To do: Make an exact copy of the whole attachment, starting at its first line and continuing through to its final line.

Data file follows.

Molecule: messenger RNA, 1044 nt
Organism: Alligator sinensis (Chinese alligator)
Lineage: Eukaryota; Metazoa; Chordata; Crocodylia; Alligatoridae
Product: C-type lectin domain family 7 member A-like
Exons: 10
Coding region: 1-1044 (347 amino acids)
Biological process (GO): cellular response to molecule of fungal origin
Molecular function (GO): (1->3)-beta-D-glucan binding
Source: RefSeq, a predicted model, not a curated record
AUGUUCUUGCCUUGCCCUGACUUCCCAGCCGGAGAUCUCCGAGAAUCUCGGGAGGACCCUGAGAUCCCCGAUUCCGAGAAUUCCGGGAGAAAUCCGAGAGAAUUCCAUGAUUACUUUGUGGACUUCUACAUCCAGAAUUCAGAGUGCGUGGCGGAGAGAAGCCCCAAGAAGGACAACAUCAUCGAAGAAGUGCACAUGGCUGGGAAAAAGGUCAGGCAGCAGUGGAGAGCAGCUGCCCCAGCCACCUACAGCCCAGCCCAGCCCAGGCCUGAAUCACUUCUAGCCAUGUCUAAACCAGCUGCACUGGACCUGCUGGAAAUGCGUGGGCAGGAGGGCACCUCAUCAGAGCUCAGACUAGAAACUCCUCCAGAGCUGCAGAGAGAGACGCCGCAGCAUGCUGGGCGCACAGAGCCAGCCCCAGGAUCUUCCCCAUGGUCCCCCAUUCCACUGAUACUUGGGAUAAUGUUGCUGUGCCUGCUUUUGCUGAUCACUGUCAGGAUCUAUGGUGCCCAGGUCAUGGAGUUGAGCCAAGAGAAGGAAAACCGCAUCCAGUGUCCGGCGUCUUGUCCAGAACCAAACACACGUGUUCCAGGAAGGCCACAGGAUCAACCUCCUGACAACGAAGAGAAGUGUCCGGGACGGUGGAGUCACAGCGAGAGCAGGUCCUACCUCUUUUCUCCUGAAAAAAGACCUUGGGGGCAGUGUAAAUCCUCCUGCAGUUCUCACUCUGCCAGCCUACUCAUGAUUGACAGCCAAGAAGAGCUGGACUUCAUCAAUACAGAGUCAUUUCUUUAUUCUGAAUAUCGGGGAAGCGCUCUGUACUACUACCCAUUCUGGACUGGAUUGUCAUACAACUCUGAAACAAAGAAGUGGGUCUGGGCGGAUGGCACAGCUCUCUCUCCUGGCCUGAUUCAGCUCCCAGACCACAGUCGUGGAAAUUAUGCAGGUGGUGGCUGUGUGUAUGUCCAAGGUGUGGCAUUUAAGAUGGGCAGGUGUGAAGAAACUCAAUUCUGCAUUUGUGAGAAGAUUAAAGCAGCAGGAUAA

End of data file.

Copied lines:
Molecule: messenger RNA, 1044 nt
Organism: Alligator sinensis (Chinese alligator)
Lineage: Eukaryota; Metazoa; Chordata; Crocodylia; Alligatoridae
Product: C-type lectin domain family 7 member A-like
Exons: 10
Coding region: 1-1044 (347 amino acids)
Biological process (GO): cellular response to molecule of fungal origin
Molecular function (GO): (1->3)-beta-D-glucan binding
Source: RefSeq, a predicted model, not a curated record
AUGUUCUUGCCUUGCCCUGACUUCCCAGCCGGAGAUCUCCGAGAAUCUCGGGAGGACCCUGAGAUCCCCGAUUCCGAGAAUUCCGGGAGAAAUCCGAGAGAAUUCCAUGAUUACUUUGUGGACUUCUACAUCCAGAAUUCAGAGUGCGUGGCGGAGAGAAGCCCCAAGAAGGACAACAUCAUCGAAGAAGUGCACAUGGCUGGGAAAAAGGUCAGGCAGCAGUGGAGAGCAGCUGCCCCAGCCACCUACAGCCCAGCCCAGCCCAGGCCUGAAUCACUUCUAGCCAUGUCUAAACCAGCUGCACUGGACCUGCUGGAAAUGCGUGGGCAGGAGGGCACCUCAUCAGAGCUCAGACUAGAAACUCCUCCAGAGCUGCAGAGAGAGACGCCGCAGCAUGCUGGGCGCACAGAGCCAGCCCCAGGAUCUUCCCCAUGGUCCCCCAUUCCACUGAUACUUGGGAUAAUGUUGCUGUGCCUGCUUUUGCUGAUCACUGUCAGGAUCUAUGGUGCCCAGGUCAUGGAGUUGAGCCAAGAGAAGGAAAACCGCAUCCAGUGUCCGGCGUCUUGUCCAGAACCAAACACACGUGUUCCAGGAAGGCCACAGGAUCAACCUCCUGACAACGAAGAGAAGUGUCCGGGACGGUGGAGUCACAGCGAGAGCAGGUCCUACCUCUUUUCUCCUGAAAAAAGACCUUGGGGGCAGUGUAAAUCCUCCUGCAGUUCUCACUCUGCCAGCCUACUCAUGAUUGACAGCCAAGAAGAGCUGGACUUCAUCAAUACAGAGUCAUUUCUUUAUUCUGAAUAUCGGGGAAGCGCUCUGUACUACUACCCAUUCUGGACUGGAUUGUCAUACAACUCUGAAACAAAGAAGUGGGUCUGGGCGGAUGGCACAGCUCUCUCUCCUGGCCUGAUUCAGCUCCCAGACCACAGUCGUGGAAAUUAUGCAGGUGGUGGCUGUGUGUAUGUCCAAGGUGUGGCAUUUAAGAUGGGCAGGUGUGAAGAAACUCAAUUCUGCAUUUGUGAGAAGAUUAAAGCAGCAGGAUAA